Last week, Economy and Employment Minister Doug Schweitzer unveiled the Digital Economy Program, which he says will help small businesses expand their digital presence.
Schweitzer calls it “a multi-pronged approach to giving Alberta small businesses the opportunity to compete in a digital landscape.”
The Digital Economy Program will be comprised of two different initiatives, with the provincial government investing $ 10 million over the next two years along with an additional $ 3 million contributed by the federal government.
The first program is the ShopHERE program powered by Google, which will help Alberta-based small businesses with 50 or fewer employees create and maintain an online store.
The Google-powered ShopHERE program will be managed by Digital Mainstreet, which is an online platform that helps small businesses with digital transformations, and is a partnership between the City of Toronto and several technology-focused companies such as Google, Facebook, and Shopify. .
The second program is the Digital Services Squad Grant Program, which will provide organizations with resources to hire recent graduates and Alberta postsecondary students to form “digital services squads.”
Nonprofits, business improvement associations, economic development organizations, chambers of commerce, indigenous organizations, and municipalities are eligible for grants to help build digital services squads for their communities.
The squads will provide regional technical assistance and support to eligible organizations at no cost to small businesses through these organizations.
The technical support provided by the teams will help small businesses with social media, e-commerce and the transition to a digital business.
The goal is to help students with technical skills gain hands-on experience and develop Alberta’s technology sector.
The Digital Service Squad grant program will be administered by Business Link, a federal and provincial funded non-profit organization designed to support small businesses.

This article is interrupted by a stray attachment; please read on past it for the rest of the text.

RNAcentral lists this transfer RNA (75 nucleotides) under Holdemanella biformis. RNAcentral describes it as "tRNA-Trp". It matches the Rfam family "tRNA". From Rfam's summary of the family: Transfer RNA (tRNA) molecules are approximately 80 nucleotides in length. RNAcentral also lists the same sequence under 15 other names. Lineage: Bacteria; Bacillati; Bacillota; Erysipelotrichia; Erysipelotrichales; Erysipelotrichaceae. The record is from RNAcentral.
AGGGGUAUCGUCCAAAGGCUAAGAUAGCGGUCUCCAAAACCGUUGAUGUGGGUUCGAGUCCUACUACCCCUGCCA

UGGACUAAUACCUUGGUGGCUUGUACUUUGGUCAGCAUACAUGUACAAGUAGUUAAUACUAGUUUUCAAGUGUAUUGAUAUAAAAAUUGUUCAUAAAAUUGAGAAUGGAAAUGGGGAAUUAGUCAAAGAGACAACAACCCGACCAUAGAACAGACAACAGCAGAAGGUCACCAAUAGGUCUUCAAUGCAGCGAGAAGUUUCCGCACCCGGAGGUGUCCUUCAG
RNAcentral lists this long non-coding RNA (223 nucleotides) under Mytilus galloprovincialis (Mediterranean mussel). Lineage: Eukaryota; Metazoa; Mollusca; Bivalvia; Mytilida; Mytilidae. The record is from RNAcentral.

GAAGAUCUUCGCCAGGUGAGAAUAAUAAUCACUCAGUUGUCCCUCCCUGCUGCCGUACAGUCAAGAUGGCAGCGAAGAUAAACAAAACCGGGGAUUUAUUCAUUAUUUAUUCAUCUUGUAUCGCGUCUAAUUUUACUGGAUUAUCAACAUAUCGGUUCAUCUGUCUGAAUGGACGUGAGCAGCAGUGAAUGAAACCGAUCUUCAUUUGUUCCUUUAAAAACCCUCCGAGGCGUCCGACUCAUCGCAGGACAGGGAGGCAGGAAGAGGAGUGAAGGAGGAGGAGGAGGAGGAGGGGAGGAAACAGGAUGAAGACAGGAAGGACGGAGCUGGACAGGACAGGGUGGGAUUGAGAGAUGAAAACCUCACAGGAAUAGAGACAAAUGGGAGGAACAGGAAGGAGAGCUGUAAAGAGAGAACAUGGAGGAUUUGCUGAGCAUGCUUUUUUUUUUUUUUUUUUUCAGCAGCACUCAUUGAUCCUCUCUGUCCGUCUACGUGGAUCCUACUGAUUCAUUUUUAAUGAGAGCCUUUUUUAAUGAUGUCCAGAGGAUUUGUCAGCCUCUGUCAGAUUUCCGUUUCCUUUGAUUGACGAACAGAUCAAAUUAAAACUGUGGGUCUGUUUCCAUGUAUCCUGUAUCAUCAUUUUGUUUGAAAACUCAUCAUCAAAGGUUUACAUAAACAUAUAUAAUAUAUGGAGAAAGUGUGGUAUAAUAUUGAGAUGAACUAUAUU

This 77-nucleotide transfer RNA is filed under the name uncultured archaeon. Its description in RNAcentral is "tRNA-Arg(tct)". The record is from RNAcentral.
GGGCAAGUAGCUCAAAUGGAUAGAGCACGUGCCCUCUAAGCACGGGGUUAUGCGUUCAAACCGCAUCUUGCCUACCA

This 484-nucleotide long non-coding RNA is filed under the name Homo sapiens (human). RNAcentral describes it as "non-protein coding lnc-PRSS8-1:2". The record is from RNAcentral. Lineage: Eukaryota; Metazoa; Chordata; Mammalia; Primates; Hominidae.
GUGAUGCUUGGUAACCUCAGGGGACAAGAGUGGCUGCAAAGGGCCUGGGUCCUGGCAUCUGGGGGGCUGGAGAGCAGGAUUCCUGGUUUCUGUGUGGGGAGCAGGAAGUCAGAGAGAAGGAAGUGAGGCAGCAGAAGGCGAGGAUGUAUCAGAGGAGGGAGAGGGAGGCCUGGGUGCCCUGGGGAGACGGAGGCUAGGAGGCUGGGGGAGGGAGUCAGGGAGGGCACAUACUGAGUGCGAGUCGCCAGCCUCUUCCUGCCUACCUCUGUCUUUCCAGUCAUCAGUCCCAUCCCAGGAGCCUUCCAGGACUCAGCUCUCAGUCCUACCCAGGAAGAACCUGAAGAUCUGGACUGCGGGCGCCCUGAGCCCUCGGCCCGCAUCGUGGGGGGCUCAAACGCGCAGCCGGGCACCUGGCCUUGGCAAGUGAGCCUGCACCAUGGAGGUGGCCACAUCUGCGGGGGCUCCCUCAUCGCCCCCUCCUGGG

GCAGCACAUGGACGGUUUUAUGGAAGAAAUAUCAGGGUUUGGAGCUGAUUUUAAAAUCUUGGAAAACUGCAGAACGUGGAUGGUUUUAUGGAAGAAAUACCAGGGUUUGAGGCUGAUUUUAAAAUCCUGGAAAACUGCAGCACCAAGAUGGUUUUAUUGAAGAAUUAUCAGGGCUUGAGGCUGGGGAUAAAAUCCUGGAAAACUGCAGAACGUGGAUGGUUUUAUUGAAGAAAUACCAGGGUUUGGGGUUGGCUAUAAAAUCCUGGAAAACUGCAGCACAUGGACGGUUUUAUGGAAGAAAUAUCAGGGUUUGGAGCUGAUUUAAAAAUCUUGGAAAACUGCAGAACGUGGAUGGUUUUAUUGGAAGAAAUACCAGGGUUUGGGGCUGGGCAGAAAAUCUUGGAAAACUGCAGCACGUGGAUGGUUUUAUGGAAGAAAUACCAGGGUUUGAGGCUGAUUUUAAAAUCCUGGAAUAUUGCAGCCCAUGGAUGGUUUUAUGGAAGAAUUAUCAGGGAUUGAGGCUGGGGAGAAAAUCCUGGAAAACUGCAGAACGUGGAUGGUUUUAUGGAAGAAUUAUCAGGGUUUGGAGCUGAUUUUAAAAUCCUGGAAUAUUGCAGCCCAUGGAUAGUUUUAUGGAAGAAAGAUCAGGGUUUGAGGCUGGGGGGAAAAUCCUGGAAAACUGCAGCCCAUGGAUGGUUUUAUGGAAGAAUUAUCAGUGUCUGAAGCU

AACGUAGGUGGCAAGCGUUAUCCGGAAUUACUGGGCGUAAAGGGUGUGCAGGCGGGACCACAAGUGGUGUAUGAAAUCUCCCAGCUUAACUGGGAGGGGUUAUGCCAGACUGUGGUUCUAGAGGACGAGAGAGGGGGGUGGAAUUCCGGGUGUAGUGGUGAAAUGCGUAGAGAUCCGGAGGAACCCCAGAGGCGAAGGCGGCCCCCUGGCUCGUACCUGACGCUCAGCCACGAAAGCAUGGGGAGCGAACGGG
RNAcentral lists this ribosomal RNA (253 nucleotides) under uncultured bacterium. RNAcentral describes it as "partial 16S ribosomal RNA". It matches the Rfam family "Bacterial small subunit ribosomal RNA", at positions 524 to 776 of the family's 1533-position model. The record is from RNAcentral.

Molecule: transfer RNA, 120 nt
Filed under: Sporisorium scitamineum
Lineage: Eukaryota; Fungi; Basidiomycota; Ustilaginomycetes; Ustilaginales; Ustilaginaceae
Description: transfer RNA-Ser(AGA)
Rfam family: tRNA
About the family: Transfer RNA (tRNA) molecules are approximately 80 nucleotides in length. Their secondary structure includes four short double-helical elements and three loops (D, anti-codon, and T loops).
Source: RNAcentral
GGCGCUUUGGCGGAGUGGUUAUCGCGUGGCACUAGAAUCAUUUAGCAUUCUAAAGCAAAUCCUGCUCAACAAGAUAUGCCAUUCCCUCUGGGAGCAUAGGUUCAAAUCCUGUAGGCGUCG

Alberta registered businesses with 50 or fewer employees are considered eligible for both programs.
“We want to provide Alberta’s small business community with easy-to-use tools and resources to grow. This program will not only support Alberta small businesses, but will also provide employment opportunities for postsecondary students and recent graduates looking to apply their technology skills and gain valuable experience, ”said Schweitzer.
Deputy Minister for Rural Economic Development, Nate Horner, was also present to highlight the benefits of the Digital Economy Program for businesses in smaller population centers.
“Rural Albertans have often had to choose between living in their hometown and seeking new opportunities. As the world goes digital and small businesses have the ability to expand online, Albertans will be able to live and work anywhere, ”Horner said.
The government also released the findings of a recent survey conducted by Business Link in April that found that several small businesses in Alberta are facing challenges in transitioning to the digital economy.
61 percent of companies surveyed said that lack of technical expertise was the reason they did not have a website, and 60 percent indicated that high costs were a major barrier for companies to have a website.